Look Behind the Curtain

Admit it — you secretly harbour a belief that everyone else’s writing just flows perfectly while you’re the only one who stutters and suffers, trying to get a piece of writing whipped into shape. If you feel that way (and I know that I often do!), check out University Affairs. There’s a great short snippet on Watching Experts Write in the latest issue.

The article talks about Dalhousie’s purposeful demystification of the writing process, carried out through a workshop called W.H.I.P.S. — “Write Here in Plain Sight”. Professors each sat in a room with their computer screens projected so that others could see their writing in process:

As they wrote, the faculty members talked out loud about what they were doing and thinking for the benefit of some 120 students – and more than a few faculty members – who came to learn.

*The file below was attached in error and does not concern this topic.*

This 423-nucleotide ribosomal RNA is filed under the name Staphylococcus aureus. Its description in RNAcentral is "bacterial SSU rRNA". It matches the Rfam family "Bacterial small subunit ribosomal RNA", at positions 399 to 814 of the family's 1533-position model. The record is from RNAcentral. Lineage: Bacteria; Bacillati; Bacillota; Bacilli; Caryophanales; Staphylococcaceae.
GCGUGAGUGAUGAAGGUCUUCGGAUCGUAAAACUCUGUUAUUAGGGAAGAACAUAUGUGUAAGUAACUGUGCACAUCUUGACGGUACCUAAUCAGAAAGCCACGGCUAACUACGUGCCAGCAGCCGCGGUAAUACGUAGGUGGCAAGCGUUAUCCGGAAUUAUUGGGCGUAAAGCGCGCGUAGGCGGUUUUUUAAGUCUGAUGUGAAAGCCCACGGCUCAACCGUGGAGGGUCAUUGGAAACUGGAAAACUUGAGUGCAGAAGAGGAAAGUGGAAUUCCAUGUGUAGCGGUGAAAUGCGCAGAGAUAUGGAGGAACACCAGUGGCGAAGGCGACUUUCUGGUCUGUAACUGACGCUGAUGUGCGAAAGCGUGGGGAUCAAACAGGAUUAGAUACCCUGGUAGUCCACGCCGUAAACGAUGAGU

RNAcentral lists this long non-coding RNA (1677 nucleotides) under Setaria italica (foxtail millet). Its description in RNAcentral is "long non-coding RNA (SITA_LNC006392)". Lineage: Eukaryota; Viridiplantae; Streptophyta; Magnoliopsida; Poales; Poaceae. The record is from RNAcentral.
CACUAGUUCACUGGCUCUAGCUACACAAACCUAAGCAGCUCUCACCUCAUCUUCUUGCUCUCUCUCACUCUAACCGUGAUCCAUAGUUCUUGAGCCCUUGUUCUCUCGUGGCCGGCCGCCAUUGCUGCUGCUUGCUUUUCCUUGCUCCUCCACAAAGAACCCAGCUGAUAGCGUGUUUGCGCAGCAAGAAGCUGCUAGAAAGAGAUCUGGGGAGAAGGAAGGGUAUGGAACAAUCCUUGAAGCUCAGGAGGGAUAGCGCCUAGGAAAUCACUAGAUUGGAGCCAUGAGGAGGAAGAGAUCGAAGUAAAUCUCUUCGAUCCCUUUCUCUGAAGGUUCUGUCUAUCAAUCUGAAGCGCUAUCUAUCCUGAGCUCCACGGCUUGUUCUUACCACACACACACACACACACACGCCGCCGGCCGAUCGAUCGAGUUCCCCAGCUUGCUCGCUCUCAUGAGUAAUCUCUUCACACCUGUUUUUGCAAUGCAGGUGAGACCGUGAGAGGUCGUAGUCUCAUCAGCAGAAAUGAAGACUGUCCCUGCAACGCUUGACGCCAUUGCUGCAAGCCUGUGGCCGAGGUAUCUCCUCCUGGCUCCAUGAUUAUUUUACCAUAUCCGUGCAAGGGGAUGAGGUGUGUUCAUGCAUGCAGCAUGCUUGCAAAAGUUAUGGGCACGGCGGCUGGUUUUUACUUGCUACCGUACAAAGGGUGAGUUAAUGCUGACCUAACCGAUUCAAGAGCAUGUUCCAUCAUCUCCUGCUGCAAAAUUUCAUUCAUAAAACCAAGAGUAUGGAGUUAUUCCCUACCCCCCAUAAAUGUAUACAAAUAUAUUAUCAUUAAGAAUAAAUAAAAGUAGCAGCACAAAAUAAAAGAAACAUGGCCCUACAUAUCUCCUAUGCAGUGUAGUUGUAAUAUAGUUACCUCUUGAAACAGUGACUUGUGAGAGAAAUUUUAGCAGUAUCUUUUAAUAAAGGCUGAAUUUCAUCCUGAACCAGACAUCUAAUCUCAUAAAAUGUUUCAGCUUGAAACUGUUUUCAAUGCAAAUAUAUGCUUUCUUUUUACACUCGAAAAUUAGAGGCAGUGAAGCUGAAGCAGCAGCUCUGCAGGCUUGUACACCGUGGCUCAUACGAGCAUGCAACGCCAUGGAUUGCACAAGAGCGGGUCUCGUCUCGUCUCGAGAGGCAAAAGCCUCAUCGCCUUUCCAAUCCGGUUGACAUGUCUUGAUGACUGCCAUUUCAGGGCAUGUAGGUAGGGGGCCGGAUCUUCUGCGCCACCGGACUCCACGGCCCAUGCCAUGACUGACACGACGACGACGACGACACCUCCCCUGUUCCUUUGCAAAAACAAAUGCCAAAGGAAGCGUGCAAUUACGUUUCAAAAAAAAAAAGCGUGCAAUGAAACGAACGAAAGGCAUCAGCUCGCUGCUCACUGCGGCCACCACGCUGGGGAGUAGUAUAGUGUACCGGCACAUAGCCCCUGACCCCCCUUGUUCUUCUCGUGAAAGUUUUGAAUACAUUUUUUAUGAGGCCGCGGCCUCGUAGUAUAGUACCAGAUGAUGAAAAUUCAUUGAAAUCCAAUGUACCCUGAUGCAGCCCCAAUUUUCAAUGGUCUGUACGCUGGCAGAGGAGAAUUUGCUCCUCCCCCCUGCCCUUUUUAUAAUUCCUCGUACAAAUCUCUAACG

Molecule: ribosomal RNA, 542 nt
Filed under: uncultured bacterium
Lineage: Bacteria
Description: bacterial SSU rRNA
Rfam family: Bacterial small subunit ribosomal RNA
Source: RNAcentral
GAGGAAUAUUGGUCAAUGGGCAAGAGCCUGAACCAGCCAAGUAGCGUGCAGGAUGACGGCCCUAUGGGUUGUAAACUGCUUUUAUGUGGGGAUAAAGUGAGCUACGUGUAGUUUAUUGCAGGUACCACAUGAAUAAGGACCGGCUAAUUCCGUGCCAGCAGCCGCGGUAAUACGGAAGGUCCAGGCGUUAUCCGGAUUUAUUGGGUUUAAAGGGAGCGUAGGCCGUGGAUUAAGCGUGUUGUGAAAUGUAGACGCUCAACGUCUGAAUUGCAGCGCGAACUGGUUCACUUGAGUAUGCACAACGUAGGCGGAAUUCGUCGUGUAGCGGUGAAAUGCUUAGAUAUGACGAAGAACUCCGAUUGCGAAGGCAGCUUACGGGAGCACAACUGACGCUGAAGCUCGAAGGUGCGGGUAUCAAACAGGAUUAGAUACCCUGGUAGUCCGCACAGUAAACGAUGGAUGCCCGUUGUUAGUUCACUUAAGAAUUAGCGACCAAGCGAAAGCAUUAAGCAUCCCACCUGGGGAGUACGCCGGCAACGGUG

“I’d say things like, ‘darn, that doesn’t fit here,’ and take out a few sentences,” recalls Carolyn Watters, dean of graduate studies and professor of computer science, who took part.

“In the middle, I said, ‘I can’t fix it from here,’ and had to go back to the [original] headings.” It’s an eye-opener for students, she says, “to realize that it wasn’t that easy for us to write.”

This is a brilliant idea. I think I’ll suggest this to our graduate dean!

4 Responses to “Look Behind the Curtain”

  1. Mel Says:

    this is really intriguing — though for me it raises all sorts of philosophical conundrums: is it writing if there’s nothing anyone can see me doing? (I always have to spend a lot of time sitting and thinking…)

  2. Anastasia Says:

    that is an awesome idea. absolutely freaking brilliant. I’d be fascinated.

  3. Belle Says:

    Oh, I love the idea! And I think that having somebody doing their process in the open - even when that process is sitting and thinking - is brilliant. Oh, I’m sending this around my campus right now!

  4. Susan Says:

    Where do they put the part when you go clean the refrigerator to figure out what comes next? Otherwise, I think this is a terrific idea.